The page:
They report that the research found that medical residents believed that spirituality and religion were important to patients and made a difference in the outcomes of treatment. Over half of the residents identified themselves as spiritual or religious. The higher the degree of spirituality but not church going of the residents’ the greater sense of accomplishment and overall health and the lower the levels of burnout and depression. They report that although the patients rarely brought up spirituality and religion and the residents rarely inquired, when the medical issue was very serious and life threatening, it was brought up 72% of the time. They also report that the curriculum for medical residents rarely included spirituality and religion topics.
The findings suggest that the majority of medical residents recognize the importance of spirituality and religion for their patients and that it positively relates to treatment adherence and clinical outcomes, but the issues were rarely addressed. Spirituality and religion were important personally to the majority of the residents and were related to better well-being and lower burnout. But there was little instruction in the curriculum about these issues and there was great reticence to bring it up with patients. This suggests that training curricula for medical residents should include greater incorporation of spiritual and religious issues and how to incorporate them into patient care.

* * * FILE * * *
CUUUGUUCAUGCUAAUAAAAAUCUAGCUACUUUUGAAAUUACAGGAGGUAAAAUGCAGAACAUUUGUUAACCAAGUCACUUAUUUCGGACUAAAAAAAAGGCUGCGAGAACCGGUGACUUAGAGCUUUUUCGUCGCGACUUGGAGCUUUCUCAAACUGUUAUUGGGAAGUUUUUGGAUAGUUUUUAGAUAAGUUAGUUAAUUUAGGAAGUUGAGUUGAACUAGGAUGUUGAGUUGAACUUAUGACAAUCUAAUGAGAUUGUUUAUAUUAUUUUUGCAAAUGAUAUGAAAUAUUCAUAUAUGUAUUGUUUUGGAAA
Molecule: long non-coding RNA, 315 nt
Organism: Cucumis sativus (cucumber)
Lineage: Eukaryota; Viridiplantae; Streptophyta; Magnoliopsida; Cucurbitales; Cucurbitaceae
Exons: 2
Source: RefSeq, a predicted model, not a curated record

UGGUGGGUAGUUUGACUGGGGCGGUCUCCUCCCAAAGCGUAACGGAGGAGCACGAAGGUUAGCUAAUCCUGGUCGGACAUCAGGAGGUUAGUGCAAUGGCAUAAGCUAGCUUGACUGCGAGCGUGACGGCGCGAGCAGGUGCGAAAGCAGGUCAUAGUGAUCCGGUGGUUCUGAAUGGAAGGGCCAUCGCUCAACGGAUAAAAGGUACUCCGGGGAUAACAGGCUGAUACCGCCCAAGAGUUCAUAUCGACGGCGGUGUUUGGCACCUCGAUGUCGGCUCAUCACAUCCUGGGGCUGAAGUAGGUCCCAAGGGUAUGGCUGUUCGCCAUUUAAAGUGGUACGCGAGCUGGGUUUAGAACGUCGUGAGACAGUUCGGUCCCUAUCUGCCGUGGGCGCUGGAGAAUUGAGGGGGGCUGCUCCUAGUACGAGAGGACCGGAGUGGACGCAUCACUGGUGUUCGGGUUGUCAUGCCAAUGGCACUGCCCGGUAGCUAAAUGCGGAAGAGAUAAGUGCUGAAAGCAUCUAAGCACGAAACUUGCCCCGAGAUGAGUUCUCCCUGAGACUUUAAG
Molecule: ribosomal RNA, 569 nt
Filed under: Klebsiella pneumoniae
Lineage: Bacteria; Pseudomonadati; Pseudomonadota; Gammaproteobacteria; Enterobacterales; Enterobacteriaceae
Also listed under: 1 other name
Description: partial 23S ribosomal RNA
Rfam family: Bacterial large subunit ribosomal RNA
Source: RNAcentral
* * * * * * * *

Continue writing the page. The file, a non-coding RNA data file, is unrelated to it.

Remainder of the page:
So, spirituality and religion are associated with better well-being in medical residents.
“Although religion and spirituality continue to be contested and controversial topics in our society, the existing evidence highlights patients’ desires to have some level of spiritual interaction with their healthcare providers.” – James Behan
CMCS – Center for Mindfulness and Contemplative Studies
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Chow, H., Chew, Q. H., & Sim, K. (2021). Spirituality and religion in residents and inter-relationships with clinical practice and residency training: a scoping review. BMJ open, 11(5), e044321. https://doi.org/10.1136/bmjopen-2020-044321